A view of the Port of Norfolk from the Virginia Port Authority’s (VPA) tenth-floor conference room. The soy flour is expected to leave the port on Dec. 23 and arrive in Afghanistan by Feb. 1.
As we approached Norfolk, Va. yesterday, we could see the big seaport cranes in the distance, hovering over neat stacks of multicolored containers. Hulking cargo ships moved in and out of the port, one of the East Coast’s busiest, collecting and carrying U.S. products to millions of consumers overseas. Truck drivers, longshoremen, port police – so many careers make up a bustling port city. Somewhere in this flurry was the container we had come to see. We found it at the facilities of ARREFF, just beyond the water’s reach in the town of Portsmouth. ARREFF is a “transloader,” a business that packs, repacks and helps to transfer U.S. products destined for foreign markets. Read more »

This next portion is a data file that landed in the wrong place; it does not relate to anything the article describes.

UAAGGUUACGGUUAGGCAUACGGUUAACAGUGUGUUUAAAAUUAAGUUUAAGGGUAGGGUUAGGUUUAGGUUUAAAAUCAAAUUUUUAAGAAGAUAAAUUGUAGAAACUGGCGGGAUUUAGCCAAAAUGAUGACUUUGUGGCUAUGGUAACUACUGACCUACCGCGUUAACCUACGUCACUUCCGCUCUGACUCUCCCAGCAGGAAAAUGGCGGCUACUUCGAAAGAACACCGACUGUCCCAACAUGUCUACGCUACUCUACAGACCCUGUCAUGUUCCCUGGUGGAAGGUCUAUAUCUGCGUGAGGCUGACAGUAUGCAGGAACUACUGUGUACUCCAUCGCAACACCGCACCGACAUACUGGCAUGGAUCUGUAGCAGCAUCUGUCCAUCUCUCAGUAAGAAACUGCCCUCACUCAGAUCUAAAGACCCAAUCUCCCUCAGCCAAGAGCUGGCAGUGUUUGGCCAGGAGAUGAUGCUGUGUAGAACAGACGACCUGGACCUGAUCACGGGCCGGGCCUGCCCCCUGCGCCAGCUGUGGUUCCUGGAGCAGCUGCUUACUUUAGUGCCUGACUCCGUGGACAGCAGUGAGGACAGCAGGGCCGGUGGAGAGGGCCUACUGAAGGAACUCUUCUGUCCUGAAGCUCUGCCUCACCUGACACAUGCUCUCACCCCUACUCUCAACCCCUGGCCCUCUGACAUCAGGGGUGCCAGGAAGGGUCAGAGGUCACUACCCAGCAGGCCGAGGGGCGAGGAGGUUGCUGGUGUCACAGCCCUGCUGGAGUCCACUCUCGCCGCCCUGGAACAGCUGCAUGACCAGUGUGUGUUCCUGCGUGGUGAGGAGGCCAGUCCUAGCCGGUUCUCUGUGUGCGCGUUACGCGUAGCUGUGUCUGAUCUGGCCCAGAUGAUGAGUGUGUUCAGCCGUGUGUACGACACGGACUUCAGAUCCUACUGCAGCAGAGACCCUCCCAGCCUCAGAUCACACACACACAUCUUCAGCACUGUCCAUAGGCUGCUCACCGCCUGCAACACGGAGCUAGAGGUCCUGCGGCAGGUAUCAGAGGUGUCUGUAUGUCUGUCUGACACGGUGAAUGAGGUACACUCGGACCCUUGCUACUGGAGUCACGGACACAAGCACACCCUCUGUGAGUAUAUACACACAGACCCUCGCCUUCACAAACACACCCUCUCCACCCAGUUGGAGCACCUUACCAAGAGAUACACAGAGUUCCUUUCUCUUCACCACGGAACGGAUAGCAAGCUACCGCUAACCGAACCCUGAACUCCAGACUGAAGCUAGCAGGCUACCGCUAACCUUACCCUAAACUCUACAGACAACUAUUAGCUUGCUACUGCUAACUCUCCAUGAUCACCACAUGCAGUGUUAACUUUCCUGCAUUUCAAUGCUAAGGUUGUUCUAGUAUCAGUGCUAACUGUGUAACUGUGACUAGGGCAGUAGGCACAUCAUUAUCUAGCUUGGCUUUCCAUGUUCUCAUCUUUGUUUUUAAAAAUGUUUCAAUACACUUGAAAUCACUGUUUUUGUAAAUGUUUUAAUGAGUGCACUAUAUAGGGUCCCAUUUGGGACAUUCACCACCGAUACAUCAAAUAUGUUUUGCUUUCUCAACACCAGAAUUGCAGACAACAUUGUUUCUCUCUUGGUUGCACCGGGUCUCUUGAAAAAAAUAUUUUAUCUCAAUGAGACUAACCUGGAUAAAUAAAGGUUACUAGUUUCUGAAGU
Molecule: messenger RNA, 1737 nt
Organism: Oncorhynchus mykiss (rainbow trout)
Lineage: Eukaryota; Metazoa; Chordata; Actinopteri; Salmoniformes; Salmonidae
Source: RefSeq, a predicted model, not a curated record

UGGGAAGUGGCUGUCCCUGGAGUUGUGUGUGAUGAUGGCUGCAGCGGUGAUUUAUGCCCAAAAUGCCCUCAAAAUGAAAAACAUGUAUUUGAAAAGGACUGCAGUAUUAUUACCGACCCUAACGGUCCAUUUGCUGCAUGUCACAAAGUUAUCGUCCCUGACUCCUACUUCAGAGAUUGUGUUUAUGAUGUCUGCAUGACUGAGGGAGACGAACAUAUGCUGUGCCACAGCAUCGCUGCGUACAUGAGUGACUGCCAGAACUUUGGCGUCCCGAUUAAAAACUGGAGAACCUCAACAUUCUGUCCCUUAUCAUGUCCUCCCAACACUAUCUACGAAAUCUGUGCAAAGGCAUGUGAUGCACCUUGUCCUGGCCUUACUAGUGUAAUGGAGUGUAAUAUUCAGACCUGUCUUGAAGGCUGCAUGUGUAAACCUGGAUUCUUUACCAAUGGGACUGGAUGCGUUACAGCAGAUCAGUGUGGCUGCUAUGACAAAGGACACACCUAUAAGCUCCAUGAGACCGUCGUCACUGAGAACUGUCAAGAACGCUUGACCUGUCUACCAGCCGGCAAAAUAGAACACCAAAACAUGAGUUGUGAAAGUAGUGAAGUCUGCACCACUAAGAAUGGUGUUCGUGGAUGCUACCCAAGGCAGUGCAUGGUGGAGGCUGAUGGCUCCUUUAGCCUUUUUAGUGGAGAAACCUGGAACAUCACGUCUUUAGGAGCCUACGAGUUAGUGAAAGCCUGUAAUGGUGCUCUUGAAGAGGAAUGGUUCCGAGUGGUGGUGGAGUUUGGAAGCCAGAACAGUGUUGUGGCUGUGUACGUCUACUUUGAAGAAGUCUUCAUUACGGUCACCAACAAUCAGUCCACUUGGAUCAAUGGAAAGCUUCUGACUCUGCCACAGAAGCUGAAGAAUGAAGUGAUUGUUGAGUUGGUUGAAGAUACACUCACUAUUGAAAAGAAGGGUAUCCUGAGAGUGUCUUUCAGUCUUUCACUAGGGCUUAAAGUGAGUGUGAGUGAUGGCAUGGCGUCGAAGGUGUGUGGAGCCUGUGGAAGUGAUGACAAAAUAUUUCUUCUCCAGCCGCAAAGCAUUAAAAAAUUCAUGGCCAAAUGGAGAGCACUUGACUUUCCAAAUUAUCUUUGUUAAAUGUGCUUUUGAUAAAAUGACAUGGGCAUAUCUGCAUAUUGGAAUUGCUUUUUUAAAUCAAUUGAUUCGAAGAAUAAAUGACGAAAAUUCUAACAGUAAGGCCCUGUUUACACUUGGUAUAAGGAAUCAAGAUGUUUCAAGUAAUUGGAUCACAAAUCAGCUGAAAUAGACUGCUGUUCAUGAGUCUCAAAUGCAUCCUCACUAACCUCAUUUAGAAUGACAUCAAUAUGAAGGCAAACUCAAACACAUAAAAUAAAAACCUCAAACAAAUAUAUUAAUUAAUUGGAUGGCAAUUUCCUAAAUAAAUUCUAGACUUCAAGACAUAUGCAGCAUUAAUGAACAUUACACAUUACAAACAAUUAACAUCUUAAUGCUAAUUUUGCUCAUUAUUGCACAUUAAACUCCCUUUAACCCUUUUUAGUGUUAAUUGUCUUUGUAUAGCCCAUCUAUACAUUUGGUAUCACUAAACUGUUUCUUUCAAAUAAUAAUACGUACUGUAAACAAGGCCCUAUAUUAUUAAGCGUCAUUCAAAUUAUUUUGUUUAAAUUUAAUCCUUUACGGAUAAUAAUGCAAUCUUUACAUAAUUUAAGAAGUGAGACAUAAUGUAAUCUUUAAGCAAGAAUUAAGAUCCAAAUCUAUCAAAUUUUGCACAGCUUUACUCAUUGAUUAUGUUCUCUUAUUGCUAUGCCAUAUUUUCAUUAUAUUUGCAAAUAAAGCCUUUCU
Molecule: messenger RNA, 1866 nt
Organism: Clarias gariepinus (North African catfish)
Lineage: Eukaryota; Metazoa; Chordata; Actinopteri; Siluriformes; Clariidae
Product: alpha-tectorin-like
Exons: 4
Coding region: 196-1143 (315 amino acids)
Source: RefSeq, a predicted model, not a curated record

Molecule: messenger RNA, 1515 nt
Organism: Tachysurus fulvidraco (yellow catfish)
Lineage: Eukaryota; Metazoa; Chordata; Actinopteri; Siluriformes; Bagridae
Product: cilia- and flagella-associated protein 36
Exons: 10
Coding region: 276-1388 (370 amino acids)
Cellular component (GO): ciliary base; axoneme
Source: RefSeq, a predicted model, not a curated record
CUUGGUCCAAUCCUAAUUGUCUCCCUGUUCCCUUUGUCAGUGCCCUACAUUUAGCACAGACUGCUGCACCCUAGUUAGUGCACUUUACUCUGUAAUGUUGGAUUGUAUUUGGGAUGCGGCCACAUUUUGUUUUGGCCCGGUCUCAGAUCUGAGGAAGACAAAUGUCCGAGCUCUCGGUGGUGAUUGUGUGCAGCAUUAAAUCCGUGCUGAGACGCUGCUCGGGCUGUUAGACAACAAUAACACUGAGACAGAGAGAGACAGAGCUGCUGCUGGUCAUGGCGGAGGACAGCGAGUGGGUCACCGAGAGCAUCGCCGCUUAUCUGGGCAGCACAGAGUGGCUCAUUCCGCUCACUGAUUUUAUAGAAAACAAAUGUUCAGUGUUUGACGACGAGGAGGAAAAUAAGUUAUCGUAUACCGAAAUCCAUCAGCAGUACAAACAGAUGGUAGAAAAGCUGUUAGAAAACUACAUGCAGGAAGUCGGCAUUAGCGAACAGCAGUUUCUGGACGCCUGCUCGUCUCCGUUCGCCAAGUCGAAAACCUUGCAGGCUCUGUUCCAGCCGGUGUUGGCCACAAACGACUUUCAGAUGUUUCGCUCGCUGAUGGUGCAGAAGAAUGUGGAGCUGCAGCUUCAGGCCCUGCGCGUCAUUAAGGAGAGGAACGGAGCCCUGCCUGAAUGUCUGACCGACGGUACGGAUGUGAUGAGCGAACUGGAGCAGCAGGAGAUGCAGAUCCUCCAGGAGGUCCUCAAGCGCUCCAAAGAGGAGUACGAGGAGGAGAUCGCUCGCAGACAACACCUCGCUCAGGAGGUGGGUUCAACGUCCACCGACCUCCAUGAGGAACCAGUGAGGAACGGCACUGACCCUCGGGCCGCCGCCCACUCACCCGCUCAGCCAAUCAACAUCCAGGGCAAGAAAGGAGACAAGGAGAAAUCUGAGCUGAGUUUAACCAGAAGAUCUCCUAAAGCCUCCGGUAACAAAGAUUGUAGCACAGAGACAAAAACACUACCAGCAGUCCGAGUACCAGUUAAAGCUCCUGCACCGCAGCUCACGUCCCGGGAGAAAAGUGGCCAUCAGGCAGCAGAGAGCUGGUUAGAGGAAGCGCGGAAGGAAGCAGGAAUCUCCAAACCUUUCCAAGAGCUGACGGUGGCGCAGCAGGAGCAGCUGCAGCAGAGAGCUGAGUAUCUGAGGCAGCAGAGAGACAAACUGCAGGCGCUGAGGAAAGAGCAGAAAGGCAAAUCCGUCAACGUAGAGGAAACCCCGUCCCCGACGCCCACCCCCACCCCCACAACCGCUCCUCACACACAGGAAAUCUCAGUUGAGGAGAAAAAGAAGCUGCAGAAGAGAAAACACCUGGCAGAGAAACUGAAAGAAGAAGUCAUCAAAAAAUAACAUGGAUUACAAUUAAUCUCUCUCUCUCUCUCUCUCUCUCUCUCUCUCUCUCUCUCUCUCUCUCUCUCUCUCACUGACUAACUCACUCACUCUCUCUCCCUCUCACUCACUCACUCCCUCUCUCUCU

Convincing Afghan grape growers to cut off 11 of the 13 canes on each grape vine was not an easy task for Afghan extension agents in the Roots of Peace organization. This process, known as trellising, ultimately leads to bigger, healthier grapes, as the farmers soon learned. In its first year implementing this Food for Progress (FFPr) program, Roots of Peace convinced 18 farmers to utilize their technical assistance. After this, participation in the program took little convincing: 180 farmers sought their help in the second year, and over 3000 are signed up for this year. Read more »
By John Brewer, Foreign Agricultural Service Administrator
As our group sat near the strawberry fields, in Jutiapa, Honduras, it was hard not to be impressed with the positive outcomes stemming from a USDA grant in 2006. On Tuesday, June 29, I inaugurated the “Biotechnology and Food Security” Conference and later that day I found myself in the strawberry fields—I’ll get to those in a minute. Read more »